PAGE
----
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Drying a wet book

What to look out for

Drying wet or damp books requires plenty of space and time to carry out the process. Because this work is slow and labour intensive it is worth spending a little time planning before you start.

Books should be dried in a separate space that is clean, cool and dry with lots of fresh air. Freezing can be used as a method of holding wet material in a stabilised state until it can be treated. If the item has shiny coated art paper, first interleave each page with absorbent material to prevent the pages from sticking together.

Preparing the work space

  • Cover workbench with polyethylene sheeting.
  • Materials needed: absorbent material (perforated paper towels, blotter or newsprint), thin rubber gloves and protective clothing, thin metal spatula or bone folder, pieces of polythene or polyester as isolation layers, electric fans (pedestal type if possible); narrow strips of acid-free paper or card.

Stage 1: Very wet books

  • Wear rubber gloves.
  • Lift book from water holding firmly and allow all excess water to run and drip from book until all free water has drained away. If books have been lying in dirty water they could be rinsed under gently running water from tap to remove mud or loosely bound dirt. Do not brush or rub.
  • Proceed to Stage 2.

Stage 2: Very damp books

  • Spread absorbent paper or blotter over plastic on workbench.
  • Stand books on their heads on absorbent material, supported against each other if necessary. Do not try to open the pages at this stage.
  • Position fans and switch on to create soft gentle ventilation, not a wind. Keep fans operating continuously during the drying process.
  • Change absorbent material on the workbench as often as necessary to take up moisture.
  • Remove damp material from area to reduce humidity build-up.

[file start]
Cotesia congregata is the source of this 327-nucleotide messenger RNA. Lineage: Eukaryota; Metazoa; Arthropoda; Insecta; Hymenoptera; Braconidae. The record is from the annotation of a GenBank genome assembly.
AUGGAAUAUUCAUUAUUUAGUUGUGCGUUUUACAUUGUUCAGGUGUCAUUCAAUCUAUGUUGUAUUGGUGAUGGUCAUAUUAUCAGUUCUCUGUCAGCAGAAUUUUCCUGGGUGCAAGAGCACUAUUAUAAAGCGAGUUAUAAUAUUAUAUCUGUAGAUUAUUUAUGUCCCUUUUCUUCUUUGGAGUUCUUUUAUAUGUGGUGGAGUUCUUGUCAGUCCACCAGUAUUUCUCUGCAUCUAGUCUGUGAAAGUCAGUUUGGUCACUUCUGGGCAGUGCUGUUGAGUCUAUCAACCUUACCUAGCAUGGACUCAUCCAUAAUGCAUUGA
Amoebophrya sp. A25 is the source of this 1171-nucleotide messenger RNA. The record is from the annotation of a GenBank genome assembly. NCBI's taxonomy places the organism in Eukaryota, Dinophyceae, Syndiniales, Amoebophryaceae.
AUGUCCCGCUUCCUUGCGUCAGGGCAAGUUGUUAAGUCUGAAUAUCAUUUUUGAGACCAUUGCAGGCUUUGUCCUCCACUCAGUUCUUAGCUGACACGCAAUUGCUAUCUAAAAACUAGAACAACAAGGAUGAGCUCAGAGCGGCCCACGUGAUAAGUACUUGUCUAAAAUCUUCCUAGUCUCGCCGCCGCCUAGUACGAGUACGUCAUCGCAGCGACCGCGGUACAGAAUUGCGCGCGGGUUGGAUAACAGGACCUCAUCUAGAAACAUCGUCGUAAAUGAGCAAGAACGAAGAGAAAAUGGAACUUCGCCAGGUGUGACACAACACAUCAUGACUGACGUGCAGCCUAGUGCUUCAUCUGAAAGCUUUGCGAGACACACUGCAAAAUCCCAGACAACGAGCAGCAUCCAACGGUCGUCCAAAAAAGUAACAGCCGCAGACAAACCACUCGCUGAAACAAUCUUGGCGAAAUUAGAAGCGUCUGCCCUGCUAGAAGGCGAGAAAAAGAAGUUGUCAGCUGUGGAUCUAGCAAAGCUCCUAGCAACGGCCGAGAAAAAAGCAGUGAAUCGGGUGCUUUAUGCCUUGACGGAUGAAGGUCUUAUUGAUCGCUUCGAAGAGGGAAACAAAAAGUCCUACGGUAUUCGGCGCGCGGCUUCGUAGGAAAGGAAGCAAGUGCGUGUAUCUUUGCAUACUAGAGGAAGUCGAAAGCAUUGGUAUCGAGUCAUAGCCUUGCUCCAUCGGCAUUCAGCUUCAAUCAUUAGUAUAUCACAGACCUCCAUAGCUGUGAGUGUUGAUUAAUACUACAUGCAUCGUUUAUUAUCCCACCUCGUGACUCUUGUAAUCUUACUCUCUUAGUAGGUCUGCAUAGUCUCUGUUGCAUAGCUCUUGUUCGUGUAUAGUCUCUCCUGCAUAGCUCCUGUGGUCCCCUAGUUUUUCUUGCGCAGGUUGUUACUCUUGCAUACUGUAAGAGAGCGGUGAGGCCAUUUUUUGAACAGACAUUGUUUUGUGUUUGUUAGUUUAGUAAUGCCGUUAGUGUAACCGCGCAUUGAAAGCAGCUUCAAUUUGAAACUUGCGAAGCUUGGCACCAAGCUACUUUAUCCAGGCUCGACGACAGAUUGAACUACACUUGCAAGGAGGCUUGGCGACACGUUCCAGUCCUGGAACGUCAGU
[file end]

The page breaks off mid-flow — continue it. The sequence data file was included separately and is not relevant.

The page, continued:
• When no more water seeps out of books proceed to Stage 3.

Stage 3: Slightly damp books

  • When pages can safely be parted lay book flat on absorbent material, which should still be replaced whenever it becomes damp.
  • Interleave the book pages with absorbent materials larger than the item page size. Work from the back of book forward, interleaving one sheet between batches of 20-30 pages at a time. Never increase the thickness of a book by more than one-third to prevent damaging the spine.
  • Continue interleaving and change absorbent sheets as they become damp until interleaves are comparatively dry. This may require leaving the interleaves overnight. The item pages should now be fairly dry, but will still be cool to touch.
  • Stand the book upside down on its head. This reverses any stress on the binding during the drying process.
  • Fan out pages, separating them at the bottom by inserting a number of narrow strips of acid-free paper or card.
  • Turn on electric fans at cold setting. Check each book daily. When pages no longer feel cool, proceed to Stage 4.

Stage 4: Dry pages but damp covers

  • Lay book flat on layers of absorbent material. Isolate damp covers from text block by inserting a sheet of polyester film between them (slightly larger than covers).
  • Cover book with more absorbent material. Place a flat board or sheet of glass on top and weight it. Several books can be placed in a pile to help weight each other. Always separate them with plastic film sandwiched between absorbent layers
  • Continue using the fans to speed the drying. Good ventilation is necessary to prevent mould.
  • Replace damp absorbent material and remove it from drying area to reduce humidity. If required, books can be lightly pressed to ensure shape is maintained.

Reshelving after drying

  • Once the books are totally dry and their original shape has been retained they are ready for reshelving.
  • Return the books to a stable, clean and dry storage environment. In the interim the affected area should have been thoroughly cleaned, disinfected and dried.

Further reading

The Library of Congress. Emergency Drying Procedures for Water Damaged Collections.

Please note

We are unable to give specific advice on conservation treatment of items. The advice we are able to give is limited to what we understand to be ethical and safe for people and items. For treatment purposes we recommend that you contact a professional conservator, who will be able to assess each individual item and give it appropriate treatment. A conservator will charge a fee.

For further information:

Australian Institute for the Conservation of Cultural Materials (AICCM)